The Awatixa Xi’e Village, pronounced (Ah-wah-TEE-khah)(Eh) is also known as Sakakawea Village. It was the home of Toussaint Charbonneau and two of his Shoshone wives(?), one known as Sacagawea, in 1804 when the Corps of Discovery overwintered in the area. We spent this afternoon exploring the replica Fort Mandan, the winter 1804-1805 camp of the Lewis & Clark Expedition.The exterior of the triangular fort is unassuming, but very defensive! The original was built in November 1804 in about 4 weeks using the abundant lumber found along the banks of the Missouri river.The interior shows the triangular configuration. Work areas were on the left, like blacksmith and carpenter shops. Storage rooms were at the apex of the triangle. Lodging was in small cabins with stone fireplaces along the right wall.The expedition started out with 27 soldiers, 16 boat crew , 1 slave (York) and 1 French-Indian interpreter. They all participated in hunting and trapping, sewing clothes of leather, cooking, etc. One soldier had died in August, 1804 probably due to appendicitis, the only death of the whole expedition. The soldiers were housed in several cramped quarters like this.Being an Expedition of Discovery, room was made for the equipment to create maps, record encounters with Natives and wildlife and prepare specimens to return to the United States proper.‘Civilians’, the boat crew and interpreter, were housed separately and were joined by Charbonneau and Sacagawea. They were increased by one on the birth of their son, Jean-Baptiste, on February 11, 1805. In April, 1805 some of the contracted boat crew embarked downstream on the Missouri to return to the U.S. with collected specimens and maps. The bulk of the Corps started the arduous trek to the Pacific ocean. Sacagawea and her son were integral members of the expedition now, evidence to hostile Natives that this was not a war party, and interpreters when they encountered Sacagawea’s tribe and family members among the Shoshone. The expedition returned to the area in August of 1806 where Charbonneau and Sacagawea returned to their lives in Awatixa Xi’e Village.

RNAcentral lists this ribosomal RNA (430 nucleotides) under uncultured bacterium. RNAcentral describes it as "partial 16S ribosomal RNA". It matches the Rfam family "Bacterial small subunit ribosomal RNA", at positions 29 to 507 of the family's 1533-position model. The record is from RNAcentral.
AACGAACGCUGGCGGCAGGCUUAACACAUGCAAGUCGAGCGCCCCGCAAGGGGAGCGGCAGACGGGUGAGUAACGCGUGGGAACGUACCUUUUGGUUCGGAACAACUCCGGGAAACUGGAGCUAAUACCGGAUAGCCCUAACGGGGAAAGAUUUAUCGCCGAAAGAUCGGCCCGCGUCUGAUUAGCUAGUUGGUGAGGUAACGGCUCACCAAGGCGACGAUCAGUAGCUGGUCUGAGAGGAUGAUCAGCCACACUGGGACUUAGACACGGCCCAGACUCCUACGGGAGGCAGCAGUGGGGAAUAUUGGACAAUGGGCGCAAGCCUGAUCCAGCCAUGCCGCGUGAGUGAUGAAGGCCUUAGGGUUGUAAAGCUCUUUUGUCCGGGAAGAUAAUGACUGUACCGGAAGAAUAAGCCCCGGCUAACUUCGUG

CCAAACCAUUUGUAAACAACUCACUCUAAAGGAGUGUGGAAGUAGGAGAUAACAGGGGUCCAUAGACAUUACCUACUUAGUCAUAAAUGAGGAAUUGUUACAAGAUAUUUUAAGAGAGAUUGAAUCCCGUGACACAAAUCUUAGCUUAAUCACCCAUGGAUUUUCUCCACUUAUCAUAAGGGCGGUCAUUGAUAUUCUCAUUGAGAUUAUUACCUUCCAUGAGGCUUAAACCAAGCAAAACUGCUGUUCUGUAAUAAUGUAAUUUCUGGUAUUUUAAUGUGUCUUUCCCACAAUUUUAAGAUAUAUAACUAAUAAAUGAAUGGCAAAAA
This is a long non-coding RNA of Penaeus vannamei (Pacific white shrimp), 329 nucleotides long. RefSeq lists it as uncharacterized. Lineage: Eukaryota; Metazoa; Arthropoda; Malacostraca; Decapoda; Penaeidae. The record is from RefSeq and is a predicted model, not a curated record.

rmjontheroad.com is the website of Robert and Mary Jo.